POW/MIA experience or the true fates of many Americans who did not
return. However, because "Honor Bound" is an official U.S. Government
"historical" publication - and for all the book's clear qualities in
other regards - it is regrettable that the authors did not take the
time to circulate a draft for comment by all of those cited before
publication. Now these historical inaccuracies will be cited as
fact by other historians and researchers for generations to come.

Al Santoli is the author of Everything We Had: An Oral History of the
Vietnam War
and To Bear Any Burden: The Vietnam War and Its
Aftermath
.  He has served as an investigator for the U.S. House of
Representatives POW/MIA Task Force.

The author responds


Letter: (Washington Times, 8/29/99, p.B2.


"Book reviewer spent too much time on MIA issue."


    By Winston Churchill's definition, a fanatic is one who never
changes his mind or the subject. If not a fanatic, longtime MIA
investigator Al Santoli read a different book from the one I co-wrote. Mr. Santoli
spends almost the entire review discussing his own preoccupation with
MIAs rather than the book's subject.


    "Honor Bound" is a 700-page book that deals with the captivity of
U.S. POWs in Southeast Asia during the Vietnam War. Approximately two
pages touch on the MIA issue, yet Mr. Santoli devotes the bulk of the
review to a rehash of his now-familiar speculation and accusations
regarding what happened to the missing. Moreover, his piece is so
riddled with inaccuracies and mischaracterizations of purported gaps and
omissions that one has to assume he either skipped parts of the book or
fabricated details to suit his own purpose.
   

Contrary to Mr. Santoli's insinuation, the book has received
overwhelming praise from former POWs. No less a stickler than Vice Adm.
James Stockdale has called the work "a monumental achievement, not only
in its depth and breadth of treatment but in its honesty and accuracy."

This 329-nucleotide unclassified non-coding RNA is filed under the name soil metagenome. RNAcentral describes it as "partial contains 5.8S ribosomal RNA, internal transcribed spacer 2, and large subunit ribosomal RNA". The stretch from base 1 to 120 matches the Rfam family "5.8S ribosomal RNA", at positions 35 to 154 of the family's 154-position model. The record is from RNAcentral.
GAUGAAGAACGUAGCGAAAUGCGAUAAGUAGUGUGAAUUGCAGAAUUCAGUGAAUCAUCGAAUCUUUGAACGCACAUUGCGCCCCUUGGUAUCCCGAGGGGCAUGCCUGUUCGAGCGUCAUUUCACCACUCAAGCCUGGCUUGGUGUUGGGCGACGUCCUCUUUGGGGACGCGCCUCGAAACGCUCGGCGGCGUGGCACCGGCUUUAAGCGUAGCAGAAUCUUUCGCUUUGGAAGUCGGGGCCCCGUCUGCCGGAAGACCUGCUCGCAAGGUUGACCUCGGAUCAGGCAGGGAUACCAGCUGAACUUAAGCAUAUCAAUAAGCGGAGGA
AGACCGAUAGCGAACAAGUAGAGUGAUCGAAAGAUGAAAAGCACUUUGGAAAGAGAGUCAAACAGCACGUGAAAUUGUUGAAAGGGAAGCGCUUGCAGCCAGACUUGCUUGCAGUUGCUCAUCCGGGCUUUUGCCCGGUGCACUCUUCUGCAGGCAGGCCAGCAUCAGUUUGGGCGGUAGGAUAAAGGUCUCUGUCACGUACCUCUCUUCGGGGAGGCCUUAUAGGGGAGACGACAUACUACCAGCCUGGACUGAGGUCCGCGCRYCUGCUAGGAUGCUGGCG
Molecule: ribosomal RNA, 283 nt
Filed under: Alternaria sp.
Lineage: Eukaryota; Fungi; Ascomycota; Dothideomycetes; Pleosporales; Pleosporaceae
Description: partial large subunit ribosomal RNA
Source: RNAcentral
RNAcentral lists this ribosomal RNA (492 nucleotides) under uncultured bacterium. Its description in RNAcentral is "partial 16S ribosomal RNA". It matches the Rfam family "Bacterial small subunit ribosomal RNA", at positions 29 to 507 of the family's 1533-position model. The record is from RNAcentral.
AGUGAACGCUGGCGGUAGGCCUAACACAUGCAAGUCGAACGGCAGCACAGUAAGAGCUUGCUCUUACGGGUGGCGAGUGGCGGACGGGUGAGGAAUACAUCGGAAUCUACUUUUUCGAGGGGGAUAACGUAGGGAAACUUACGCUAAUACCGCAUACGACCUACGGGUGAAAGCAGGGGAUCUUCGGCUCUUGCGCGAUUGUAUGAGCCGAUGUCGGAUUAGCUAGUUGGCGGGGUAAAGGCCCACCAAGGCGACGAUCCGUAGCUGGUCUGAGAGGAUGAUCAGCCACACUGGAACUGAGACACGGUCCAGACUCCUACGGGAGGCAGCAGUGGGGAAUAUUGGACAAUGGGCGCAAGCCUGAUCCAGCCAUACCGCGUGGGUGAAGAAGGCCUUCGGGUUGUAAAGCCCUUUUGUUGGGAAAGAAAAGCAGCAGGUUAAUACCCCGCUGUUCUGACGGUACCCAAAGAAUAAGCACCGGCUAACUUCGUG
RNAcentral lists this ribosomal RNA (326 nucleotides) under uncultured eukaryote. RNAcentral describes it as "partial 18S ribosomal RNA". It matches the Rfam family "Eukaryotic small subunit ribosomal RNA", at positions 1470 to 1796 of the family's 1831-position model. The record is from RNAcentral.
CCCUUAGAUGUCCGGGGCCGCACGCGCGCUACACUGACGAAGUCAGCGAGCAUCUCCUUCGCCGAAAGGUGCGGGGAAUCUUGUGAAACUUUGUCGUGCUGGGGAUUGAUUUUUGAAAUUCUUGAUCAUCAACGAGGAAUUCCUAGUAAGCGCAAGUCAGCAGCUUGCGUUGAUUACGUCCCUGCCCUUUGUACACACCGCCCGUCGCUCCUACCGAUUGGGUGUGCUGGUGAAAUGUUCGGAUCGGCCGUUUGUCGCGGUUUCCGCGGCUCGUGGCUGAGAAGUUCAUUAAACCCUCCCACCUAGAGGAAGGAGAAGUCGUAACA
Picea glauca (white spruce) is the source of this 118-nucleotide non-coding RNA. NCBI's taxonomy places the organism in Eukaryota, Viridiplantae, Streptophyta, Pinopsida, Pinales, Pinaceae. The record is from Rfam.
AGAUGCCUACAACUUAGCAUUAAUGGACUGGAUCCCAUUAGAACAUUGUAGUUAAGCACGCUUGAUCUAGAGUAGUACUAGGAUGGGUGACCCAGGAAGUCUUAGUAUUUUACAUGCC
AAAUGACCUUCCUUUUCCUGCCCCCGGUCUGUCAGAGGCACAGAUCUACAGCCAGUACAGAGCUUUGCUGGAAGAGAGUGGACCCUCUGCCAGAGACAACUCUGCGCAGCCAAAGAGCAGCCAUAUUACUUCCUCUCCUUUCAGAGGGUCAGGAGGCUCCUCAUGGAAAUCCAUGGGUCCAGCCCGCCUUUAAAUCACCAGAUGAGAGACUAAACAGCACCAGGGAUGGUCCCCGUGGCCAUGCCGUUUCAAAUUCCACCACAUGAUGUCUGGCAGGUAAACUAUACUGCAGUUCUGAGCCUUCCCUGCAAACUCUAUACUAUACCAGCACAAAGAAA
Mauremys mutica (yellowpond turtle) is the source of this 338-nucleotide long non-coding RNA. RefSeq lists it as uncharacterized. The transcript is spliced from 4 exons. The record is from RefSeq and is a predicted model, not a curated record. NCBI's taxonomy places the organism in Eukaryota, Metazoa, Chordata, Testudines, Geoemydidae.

Mr. Santoli's concern about the fate of the Vietnam War's MIA is
understandable but misplaced. He does nothing to enhance the credibility
of his own debatable views by denigrating the serious efforts of others,
whether DIA analysts or independent scholars, who are earnestly striving
to separate facts from fiction in an ongoing search for difficult
answers to questions in which no one, not even a true believer such as
Mr. Santoli, can claim a monopoly on truth or understanding.
    Stuart Rochester
    Burtonsville

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Here are links to other articles in this series.

  1. Follow this link to read the statement by Mr. Robert J. Destatte, senior DOD POW-MIA analyst regarding the "Cuban program."   Statement made November 4, 1999, in Congressional hearing.
  2. Follow this link to an article regarding CDR Beck and his fantasies.
  3. Follow this link to an article about former Congressman Bob Dornan and his venture into the "Cuban program."  This link takes you to a copy of a "special orders" speech made by Dornan, attacking Bob Destatte.
  4. Follow this link to a collection of newspaper articles that report on the November 4 hearings.
  5. Follow this link to a collection of items from the official record of a previous Congressional hearing.
  6. If you have a copy of the book Honor Bound:  American Prisoners of War in Southeast Asia, 1961 - 1973, you can read about the "Cuban program" on pages 394 - 407